Australia donates Gallipoli artifacts to Turkish museum
ÇANAKKALE - Anadolu Agency
AA photoAustralia presented three artifacts from the 1915 Battle of Gallipoli to a Turkish military museum on Aug. 7 as a "gesture of friendship".
Addressing a ceremony at the museum, Australian Governor-General Peter Cosgrove said that the handing over of the artifacts was "an appropriately significant gesture of the friendship and goodwill we share and a sign of the importance of the 100th anniversary of the campaign to our two countries".
Cosgrove thanked the Turkish Navy and Çanakkale Navy Museum for being consistent and supportive partners of Australia. "The Çanakkale Naval Museum, like the Australian War Memorial, plays an important part in preserving the military history of the nation and ensuring that future generations are informed and educated about the sacrifices of those before them," he said.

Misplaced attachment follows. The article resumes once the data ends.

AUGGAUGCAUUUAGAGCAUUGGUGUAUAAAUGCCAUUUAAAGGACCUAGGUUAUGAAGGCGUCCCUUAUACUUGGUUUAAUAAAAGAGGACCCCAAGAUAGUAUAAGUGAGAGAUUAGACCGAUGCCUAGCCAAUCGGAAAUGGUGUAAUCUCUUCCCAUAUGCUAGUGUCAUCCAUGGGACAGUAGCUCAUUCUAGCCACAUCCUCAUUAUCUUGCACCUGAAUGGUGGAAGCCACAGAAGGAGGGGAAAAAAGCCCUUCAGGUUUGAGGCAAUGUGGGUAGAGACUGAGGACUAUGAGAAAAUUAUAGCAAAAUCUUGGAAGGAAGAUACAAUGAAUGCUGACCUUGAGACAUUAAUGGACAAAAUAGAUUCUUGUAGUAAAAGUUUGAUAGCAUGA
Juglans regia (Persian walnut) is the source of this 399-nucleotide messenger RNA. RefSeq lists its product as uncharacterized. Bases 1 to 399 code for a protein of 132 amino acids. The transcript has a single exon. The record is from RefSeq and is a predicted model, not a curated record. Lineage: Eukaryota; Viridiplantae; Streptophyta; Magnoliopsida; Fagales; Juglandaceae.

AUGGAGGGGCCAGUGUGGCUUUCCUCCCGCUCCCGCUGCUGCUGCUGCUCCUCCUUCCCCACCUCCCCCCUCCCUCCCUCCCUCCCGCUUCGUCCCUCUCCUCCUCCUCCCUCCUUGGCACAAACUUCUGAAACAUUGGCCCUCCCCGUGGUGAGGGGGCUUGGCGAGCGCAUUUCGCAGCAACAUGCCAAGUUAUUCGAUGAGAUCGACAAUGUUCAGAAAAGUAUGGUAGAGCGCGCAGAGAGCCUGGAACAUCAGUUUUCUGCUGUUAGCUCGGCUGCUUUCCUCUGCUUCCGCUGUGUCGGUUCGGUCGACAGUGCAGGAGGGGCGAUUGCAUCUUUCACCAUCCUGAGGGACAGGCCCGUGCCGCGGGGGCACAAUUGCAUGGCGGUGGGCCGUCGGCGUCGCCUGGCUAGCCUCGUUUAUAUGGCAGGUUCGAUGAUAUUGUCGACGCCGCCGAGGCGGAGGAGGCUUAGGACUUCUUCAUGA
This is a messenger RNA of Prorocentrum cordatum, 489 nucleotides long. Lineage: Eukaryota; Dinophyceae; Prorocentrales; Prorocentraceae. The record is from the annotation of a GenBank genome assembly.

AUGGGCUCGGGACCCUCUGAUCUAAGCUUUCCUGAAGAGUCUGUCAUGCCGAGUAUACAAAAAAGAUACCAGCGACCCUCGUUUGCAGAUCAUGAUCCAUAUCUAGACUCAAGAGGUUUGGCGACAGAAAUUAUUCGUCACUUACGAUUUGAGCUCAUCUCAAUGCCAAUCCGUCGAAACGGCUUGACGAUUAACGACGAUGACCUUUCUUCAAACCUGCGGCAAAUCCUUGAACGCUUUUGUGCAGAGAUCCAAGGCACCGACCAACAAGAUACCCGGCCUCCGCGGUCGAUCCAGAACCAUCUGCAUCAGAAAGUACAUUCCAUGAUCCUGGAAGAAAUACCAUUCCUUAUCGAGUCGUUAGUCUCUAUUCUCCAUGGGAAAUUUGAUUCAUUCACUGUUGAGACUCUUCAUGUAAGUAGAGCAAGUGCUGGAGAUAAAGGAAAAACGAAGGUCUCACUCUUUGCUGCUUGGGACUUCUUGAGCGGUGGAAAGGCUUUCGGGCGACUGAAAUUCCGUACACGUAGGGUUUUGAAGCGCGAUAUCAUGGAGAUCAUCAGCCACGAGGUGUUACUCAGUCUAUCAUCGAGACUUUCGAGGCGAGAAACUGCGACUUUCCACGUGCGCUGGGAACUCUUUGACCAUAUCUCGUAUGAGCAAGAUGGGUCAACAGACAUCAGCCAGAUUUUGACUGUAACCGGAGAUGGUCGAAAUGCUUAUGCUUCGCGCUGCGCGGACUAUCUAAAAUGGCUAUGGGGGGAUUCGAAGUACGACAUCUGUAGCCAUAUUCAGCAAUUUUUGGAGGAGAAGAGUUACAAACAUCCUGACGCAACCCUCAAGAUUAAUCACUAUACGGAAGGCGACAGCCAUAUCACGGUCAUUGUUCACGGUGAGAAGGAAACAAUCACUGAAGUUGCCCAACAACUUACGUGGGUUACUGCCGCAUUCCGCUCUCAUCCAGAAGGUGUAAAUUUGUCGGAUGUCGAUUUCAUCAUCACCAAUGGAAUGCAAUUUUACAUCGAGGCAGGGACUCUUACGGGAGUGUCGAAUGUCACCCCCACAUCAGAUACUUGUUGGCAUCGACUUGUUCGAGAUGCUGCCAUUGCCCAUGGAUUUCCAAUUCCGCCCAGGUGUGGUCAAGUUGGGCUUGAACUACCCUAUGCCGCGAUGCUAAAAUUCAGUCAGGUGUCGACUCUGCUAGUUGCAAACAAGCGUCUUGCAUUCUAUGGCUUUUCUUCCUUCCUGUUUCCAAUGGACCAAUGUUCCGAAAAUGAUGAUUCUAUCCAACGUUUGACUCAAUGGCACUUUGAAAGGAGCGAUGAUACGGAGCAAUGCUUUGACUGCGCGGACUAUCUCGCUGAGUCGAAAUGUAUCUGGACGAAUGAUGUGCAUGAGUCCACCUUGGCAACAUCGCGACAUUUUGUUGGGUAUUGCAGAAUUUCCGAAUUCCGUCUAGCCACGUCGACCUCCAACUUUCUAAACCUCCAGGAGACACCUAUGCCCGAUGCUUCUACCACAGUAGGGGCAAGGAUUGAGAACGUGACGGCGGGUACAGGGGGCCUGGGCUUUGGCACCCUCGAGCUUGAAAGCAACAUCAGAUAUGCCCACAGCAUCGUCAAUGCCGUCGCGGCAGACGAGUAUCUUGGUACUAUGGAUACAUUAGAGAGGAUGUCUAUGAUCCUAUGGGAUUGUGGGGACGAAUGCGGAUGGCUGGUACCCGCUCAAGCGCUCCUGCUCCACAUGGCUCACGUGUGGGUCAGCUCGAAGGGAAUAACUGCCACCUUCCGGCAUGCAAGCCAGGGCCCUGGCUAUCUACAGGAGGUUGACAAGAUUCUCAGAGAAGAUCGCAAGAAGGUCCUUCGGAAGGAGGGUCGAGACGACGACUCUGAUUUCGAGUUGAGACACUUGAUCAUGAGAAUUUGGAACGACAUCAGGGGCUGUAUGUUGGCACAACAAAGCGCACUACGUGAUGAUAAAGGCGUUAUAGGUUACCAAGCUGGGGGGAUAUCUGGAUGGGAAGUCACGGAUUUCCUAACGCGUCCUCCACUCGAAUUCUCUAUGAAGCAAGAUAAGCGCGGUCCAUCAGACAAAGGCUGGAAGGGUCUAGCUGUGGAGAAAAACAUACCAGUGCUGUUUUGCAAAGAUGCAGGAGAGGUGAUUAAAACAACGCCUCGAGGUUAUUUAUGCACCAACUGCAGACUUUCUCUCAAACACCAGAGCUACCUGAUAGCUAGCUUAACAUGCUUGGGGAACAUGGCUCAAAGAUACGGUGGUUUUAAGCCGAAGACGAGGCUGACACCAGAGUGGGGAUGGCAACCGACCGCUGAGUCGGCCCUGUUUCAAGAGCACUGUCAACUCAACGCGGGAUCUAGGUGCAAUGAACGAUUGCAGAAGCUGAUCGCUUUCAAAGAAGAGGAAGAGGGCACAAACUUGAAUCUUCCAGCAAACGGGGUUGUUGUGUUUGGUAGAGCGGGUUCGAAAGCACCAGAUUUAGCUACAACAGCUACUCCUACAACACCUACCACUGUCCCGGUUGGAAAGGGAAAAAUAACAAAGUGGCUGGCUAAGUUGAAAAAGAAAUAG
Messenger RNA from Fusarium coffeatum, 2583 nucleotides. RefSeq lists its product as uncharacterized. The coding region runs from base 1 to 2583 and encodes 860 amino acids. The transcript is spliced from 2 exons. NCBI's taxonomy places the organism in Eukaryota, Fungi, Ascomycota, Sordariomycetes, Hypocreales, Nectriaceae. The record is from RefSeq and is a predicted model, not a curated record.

About the three artifacts, Cosgrove said: "The standard of the 2nd Division Train Australian Army Service Corps AIF shows the battle honors of Egypt, Gallipoli, France and Belgium".
He added that the periscope, which was used by Lieutenant Colonel JC Robertson, who was possibly one of the first men ashore on Gallipoli, was a rare example of a folding periscope used to observe the battlefield from a trench.
Cosgrove also said that the hand grenade used by the Anzac (the Australian and New Zealand Army Corps') forces was commonly referred to as a "cricket ball".
"[It] perhaps helps explain why a number of them were able, on occasion, to successfully catch the grenades and return them before they exploded," he said.
"I am very pleased to be returning this one to its original owners in a much more peaceful manner and in much happier circumstances," he added.
Cosgrove and an accompanying delegation also visited the museum after the ceremony.
Turkey is holding additional ceremonies to commemorate 1915's Gelibolu (Gallipoli) fighting in Çanakkale, scene of the pivotal World War One conflict.
Tens of thousands of Turkish nationals and soldiers died in the eight-month campaign, along with tens of thousands of Europeans, plus between 7,000 - 8,000 Australians and nearly 3,000 New Zealanders.
This year marks 100 years since the conflict in the Dardanelles Strait, which became a turning point for Turks fighting against the invading Allies during WWI.
More than 43,000 Australians and New Zealanders had applied to attend this April's main annual commemorations but just 10,000 places were available.